Team Physics -
Created by: Team Physics -, Last Updated: May 10, 2024


In physics, the ampere is defined as the unit of electric current. It represents the constant current which, if maintained in two straight parallel conductors of infinite length and negligible circular cross-section, and placed one meter apart in a vacuum, would produce a force between these conductors of 2×10⁻⁷ newtons per meter of length.

What Is an Ampere?

An ampere is the standard unit of electric current in International System of Units (SI). Essentially, it quantifies the flow of electrical charge, specifically defined as the flow of one coulomb of charge per second. Consequently, when one ampere of current flows through a conductor, it means that one coulomb of electrical charge is passing a given point every second, making the ampere fundamental to understanding and measuring electrical phenomena in physics and engineering.

Ampere Units

Ampere Units

The table below outlines the common prefixes for the ampere unit, a fundamental measure of electric current. These prefixes help express the vast range of current levels encountered in various electrical and electronic applications, from the extremely small currents used in medical and semiconductor technologies to the large currents found in industrial electrical systems. Each entry includes the symbol and a conversion to the base unit of ampere, facilitating precise calculations and conversions in scientific and engineering contexts.

PicoamperepA10⁻¹² A1 pA = 0.000000000001 A
NanoamperenA10⁻⁹ A1 nA = 0.000000001 A
MicroampereμA10⁻⁶ A1 μA = 0.000001 A
MilliamperemA10⁻³ A1 mA = 0.001 A
AmpereA1A1 A = 1 A
KiloamperekA10³ A1 kA = 1000 A
MegaampereMA10⁶ A1 MA = 1000000 A

Ampere Conversion

Here is the format for converting amperes to other units of electrical measurement, mirroring your request:

Ampere to Milliampere

  • Conversion: 1 ampere = 1000 milliamperes.
  • Example: To convert 5 amperes to milliamperes, multiply by 1000.
  • 5 A × 1000 = 5000 mA

Ampere to Microampere

  • Conversion: 1 ampere = 1,000,000 microamperes.
  • Example: To convert 2 amperes to microamperes, multiply by 1,000,000.
  • 2 A × 1,000,000 = 2,000,000 μA

Coverting Ampere to Kiloampere

  • Conversion: 1 kiloampere = 1000 amperes.
  • Example: To convert 3 amperes to kiloamperes, divide by 1000.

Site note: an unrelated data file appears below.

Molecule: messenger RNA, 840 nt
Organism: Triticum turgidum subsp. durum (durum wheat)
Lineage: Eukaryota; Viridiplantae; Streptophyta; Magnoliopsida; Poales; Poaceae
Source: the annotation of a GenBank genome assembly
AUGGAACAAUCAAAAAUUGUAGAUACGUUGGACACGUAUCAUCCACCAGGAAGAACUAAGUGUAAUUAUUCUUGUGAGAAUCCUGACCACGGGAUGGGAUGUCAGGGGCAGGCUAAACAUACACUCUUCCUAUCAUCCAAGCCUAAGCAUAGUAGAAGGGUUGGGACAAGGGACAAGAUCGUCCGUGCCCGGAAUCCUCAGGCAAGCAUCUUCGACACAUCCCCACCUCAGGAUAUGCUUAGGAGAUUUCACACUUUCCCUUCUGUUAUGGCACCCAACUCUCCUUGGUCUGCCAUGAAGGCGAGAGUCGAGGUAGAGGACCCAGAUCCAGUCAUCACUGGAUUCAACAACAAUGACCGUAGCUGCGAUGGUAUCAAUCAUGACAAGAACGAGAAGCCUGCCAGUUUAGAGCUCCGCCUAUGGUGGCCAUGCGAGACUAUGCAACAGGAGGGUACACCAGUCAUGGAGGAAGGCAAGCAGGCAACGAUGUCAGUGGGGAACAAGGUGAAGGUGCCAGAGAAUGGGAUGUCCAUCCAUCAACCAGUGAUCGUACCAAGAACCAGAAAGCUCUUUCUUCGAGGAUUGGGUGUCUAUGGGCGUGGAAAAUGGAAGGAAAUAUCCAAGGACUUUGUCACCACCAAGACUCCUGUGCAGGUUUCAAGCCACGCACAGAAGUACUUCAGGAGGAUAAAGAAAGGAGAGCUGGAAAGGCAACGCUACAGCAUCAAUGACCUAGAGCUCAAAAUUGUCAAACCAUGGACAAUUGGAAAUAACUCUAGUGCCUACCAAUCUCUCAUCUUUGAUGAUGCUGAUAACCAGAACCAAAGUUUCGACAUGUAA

• 3 A / 1000 = 0.003 kA

Milliampere to Ampere

  • Conversion: 1 ampere = 1000 milliamperes.
  • Example: To convert 2000 milliamperes to amperes, divide by 1000.
  • 2000 mA / 1000 = 2 A

Microampere to Ampere

  • Conversion: 1 ampere = 1,000,000 microamperes.
  • Example: To convert 500,000 microamperes to amperes, divide by 1,000,000.
  • 500,000 μA / 1,000,000 = 0.5 A

Kiloampere to Ampere

  • Conversion: 1 kiloampere = 1000 amperes.
  • Example: To convert 0.004 kiloamperes to amperes, multiply by 1000.
  • 0.004 kA × 1000 = 4 A

Ampere Meter

An ampere meter, more commonly known as an ammeter. It is an instrument used to measure the electric current in a circuit. The current is measured in amperes, and the device is connected in series with the circuit so it can measure the flow of electrical charge through it. Ammeters are designed to have very low resistance, which minimizes any potential voltage drop across the meter that could affect the circuit operation.

What happens when an Ampere is connected in parallel to load?

Connecting an ammeter (ampere meter) in parallel to a load can lead to severe consequences. Initially, because ammeters have very low internal resistance, this configuration exposes the meter to the full circuit voltage. Consequently, the meter can draw excessive current, potentially leading to its immediate damage or destruction. Moreover, this error risks short-circuiting, damaging the load or other circuit components, and could even pose safety hazards such as fires or electrical shocks. In essence, ammeters must always be connected in series with the load to avoid these risks and ensure accurate current measurement.

Types of Ampere

When discussing different types of current measured in amperes, it’s important to differentiate between the various forms based on how they behave over time:

Firstly, the Direct Current (DC), measured in amperes, flows in one direction and maintains a constant value, making it ideal for devices like batteries and solar panels that require a stable and unidirectional flow of electricity.

Secondly, there is Alternating Current (AC), also measured in amperes, which periodically reverses direction and changes its magnitude over time. This type of current is commonly used in household and industrial power because it is more efficient for transporting electricity over long distances.

Additionally, we consider Pulsating Current, which, similar to direct current, generally moves in one direction but varies in intensity. This type of current is often seen in applications involving rectifiers where AC is converted to DC, but not perfectly, resulting in a fluctuating DC output.

These distinctions in amplitude types are crucial for designing and implementing electrical systems appropriately, ensuring that each application operates efficiently and safely under the correct current type.


What does amp stand for in physics?

In physics, “amp” stands for ampere, the unit of electric current that measures the flow of electric charge through a conductor.

What energy unit is ampere?

The ampere is not a unit of energy; it measures electric current. The related energy unit would involve amps combined with voltage (joules), as in watts.

What is ampere in electromagnetism?

In electromagnetism, the ampere defines the measurement of electric current, representing the flow of charges influenced by electromagnetic forces within electrical circuits.

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